Sunday, October 3, 2010

Inflation might be good right now.

We are between a rock and a hard place. Normally, we should pay down debts when the economy is booming (this slows the economy) and increase government debt levels (which stimulates the economy) during lean times. Unfortunately, Bush squandered the Clinton surpluses on two wars and tax cuts, so now that we need the flexibility to increase deficit spending it doesn't look like we can do so without risking that the Chinese will worry that inflation will eat away the value of their US Treasury holdings and reduce the amount of our debt that they will finance. We'd end up with inflation, rising interest rates, and a weaker dollar. That might not be so bad.

My friend Eric was advocating for a payroll tax holiday, financed by debt but was worried that it would spark an inflationary spiral.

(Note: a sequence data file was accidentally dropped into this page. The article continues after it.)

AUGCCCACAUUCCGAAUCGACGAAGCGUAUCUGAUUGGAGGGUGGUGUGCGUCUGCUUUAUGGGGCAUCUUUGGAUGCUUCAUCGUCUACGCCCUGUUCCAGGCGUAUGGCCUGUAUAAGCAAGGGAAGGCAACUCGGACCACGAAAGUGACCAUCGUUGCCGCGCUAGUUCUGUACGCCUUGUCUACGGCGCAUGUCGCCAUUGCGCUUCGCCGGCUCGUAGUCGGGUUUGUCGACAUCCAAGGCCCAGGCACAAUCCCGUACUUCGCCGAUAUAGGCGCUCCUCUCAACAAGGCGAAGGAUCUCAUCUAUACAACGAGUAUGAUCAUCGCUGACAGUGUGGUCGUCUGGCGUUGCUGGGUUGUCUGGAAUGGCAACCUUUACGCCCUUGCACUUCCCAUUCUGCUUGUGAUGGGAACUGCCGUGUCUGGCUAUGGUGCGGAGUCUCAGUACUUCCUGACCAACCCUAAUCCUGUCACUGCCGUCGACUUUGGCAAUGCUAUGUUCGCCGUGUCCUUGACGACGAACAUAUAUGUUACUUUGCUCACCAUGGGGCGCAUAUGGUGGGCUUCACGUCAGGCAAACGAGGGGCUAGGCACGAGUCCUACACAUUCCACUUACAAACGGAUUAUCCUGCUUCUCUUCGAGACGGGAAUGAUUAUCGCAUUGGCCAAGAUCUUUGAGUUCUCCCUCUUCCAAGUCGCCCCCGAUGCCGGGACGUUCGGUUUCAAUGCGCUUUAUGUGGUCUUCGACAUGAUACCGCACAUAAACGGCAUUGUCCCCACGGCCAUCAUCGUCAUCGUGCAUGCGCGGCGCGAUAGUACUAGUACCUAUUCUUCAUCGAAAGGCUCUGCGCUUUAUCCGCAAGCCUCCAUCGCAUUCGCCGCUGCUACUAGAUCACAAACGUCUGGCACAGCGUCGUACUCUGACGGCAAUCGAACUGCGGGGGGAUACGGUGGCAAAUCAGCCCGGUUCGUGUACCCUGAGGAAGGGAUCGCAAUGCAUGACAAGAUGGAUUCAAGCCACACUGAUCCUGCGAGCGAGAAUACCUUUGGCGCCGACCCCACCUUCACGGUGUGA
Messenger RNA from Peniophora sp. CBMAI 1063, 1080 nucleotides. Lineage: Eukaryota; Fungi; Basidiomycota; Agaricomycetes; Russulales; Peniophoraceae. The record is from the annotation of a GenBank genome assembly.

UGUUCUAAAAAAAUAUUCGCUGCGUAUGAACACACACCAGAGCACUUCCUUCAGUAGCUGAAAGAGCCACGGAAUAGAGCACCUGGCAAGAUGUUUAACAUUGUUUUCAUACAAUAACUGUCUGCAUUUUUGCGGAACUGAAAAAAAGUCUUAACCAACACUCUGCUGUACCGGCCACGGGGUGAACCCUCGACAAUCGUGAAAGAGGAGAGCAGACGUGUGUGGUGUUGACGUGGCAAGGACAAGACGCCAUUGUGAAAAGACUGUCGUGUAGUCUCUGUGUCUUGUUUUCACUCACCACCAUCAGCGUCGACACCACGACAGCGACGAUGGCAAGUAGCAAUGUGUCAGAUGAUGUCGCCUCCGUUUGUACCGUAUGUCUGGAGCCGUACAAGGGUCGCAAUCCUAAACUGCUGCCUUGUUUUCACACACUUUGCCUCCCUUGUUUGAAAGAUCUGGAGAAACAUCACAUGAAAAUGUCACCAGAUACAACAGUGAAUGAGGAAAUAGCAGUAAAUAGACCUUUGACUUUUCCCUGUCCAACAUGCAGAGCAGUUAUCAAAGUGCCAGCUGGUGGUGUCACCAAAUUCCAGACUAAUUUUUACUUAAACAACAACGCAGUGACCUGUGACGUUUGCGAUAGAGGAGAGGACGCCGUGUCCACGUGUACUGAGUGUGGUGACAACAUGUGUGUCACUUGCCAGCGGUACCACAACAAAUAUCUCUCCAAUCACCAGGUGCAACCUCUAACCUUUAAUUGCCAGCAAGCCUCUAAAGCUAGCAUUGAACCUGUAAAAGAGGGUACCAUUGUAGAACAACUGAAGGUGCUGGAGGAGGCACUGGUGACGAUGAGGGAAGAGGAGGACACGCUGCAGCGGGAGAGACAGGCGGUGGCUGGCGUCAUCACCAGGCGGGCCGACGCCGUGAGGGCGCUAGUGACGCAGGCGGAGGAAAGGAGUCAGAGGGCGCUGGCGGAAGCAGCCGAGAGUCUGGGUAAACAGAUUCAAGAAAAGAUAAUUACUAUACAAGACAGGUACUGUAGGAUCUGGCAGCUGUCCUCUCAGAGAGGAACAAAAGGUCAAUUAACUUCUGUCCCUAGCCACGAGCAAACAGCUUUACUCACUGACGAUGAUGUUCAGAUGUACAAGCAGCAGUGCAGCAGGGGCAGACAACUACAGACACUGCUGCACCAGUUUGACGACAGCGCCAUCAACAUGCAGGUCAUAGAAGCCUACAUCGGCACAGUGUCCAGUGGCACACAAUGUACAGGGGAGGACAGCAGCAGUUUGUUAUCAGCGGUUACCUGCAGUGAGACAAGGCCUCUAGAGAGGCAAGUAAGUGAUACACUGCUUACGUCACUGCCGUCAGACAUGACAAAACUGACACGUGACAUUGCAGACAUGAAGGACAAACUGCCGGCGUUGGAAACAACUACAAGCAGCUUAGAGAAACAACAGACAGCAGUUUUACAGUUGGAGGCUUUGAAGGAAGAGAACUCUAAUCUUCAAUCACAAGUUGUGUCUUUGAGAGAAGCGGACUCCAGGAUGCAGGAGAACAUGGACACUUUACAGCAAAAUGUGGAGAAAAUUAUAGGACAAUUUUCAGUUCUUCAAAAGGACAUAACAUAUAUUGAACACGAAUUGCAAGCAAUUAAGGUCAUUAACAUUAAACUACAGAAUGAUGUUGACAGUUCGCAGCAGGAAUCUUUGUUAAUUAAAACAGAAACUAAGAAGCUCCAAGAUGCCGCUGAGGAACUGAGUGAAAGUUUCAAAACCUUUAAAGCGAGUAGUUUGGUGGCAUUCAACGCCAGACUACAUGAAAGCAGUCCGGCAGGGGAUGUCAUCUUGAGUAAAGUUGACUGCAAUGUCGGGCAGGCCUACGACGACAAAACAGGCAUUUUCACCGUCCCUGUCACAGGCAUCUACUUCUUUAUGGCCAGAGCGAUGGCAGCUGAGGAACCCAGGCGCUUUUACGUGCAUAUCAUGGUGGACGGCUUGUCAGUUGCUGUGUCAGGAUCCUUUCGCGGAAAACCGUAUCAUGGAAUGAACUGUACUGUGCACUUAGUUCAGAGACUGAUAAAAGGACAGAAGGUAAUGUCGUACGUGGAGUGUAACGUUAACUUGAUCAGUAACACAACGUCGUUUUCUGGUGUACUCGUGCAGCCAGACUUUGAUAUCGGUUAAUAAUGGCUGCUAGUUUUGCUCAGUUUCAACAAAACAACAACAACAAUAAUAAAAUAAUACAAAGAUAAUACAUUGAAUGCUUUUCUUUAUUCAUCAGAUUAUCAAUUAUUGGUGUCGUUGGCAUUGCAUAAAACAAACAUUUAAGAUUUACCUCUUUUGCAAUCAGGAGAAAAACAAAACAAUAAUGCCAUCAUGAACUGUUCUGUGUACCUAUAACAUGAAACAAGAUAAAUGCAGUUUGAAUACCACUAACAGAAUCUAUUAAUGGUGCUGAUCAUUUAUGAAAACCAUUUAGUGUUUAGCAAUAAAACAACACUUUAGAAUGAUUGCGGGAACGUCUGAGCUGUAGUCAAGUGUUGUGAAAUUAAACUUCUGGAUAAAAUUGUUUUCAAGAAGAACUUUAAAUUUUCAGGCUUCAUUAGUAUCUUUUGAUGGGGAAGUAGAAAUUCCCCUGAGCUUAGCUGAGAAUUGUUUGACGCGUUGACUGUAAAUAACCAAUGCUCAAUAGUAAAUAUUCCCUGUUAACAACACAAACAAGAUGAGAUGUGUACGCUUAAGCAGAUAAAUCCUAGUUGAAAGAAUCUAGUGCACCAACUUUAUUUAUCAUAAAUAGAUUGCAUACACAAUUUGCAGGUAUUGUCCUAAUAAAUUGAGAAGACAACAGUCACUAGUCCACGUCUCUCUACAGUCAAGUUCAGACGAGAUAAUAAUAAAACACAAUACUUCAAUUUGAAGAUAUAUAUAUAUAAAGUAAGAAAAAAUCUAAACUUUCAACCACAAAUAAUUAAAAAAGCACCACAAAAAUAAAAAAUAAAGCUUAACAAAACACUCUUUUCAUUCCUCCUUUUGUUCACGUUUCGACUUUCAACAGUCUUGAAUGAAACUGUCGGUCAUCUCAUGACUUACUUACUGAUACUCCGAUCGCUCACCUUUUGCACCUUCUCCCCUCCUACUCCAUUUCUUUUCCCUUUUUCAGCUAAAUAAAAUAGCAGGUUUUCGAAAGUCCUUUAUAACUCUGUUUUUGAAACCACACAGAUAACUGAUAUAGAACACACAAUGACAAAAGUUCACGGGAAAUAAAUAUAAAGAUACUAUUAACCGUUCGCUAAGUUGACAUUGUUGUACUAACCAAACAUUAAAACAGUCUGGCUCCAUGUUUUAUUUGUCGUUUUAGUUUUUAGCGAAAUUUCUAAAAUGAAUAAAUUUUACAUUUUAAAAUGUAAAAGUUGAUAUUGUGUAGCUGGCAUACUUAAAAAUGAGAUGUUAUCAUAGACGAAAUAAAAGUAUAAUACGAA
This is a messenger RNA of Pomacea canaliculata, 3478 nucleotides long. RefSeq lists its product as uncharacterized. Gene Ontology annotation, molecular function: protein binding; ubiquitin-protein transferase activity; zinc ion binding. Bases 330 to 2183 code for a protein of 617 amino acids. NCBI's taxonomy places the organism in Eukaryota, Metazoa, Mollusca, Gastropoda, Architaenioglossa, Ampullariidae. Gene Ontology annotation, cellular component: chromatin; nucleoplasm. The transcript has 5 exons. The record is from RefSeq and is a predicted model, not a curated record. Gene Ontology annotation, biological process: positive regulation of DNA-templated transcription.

What would inflation do?

Inflation would reduce the number of homes that were underwater as real estate prices inflated and homeowners would have less trouble paying mortgages. This would strengthen banks with large mortgage holdings.

Our national debt would become more manageable since most is at a fixed interest rate.

If China reduced purchases of Treasuries the Yuan would strengthen, helping our balance of trade without a trade war. US manufacturers would become more internationally competitive. China might be forced to allow the standard of living to rise (to reduce the surplus they run and invest in treasuries). This would stimulate demand for imports and help the entire world's economy.

What about runaway inflation?

1. It is easier to stop an inflationary spiral than a deflationary one.
2. Runaway inflation is unlikely to take hold since there is slack in the labor and real estate markets.

What about the effect on retirees and those on fixed incomes? Many benefits (social security, medicare) will adjust. 401K stock values will inflate. Retirees will be able to invest at non-zero interest rates.

The payroll tax holiday would also help redistribute wealth, reducing the lopsided distribution we now have that leads to speculative bubbles caused by the wealthy having too much to invest and retards growth because the middle class has little room to spend. Robert Riech makes a very detailed argument for this in his latest book.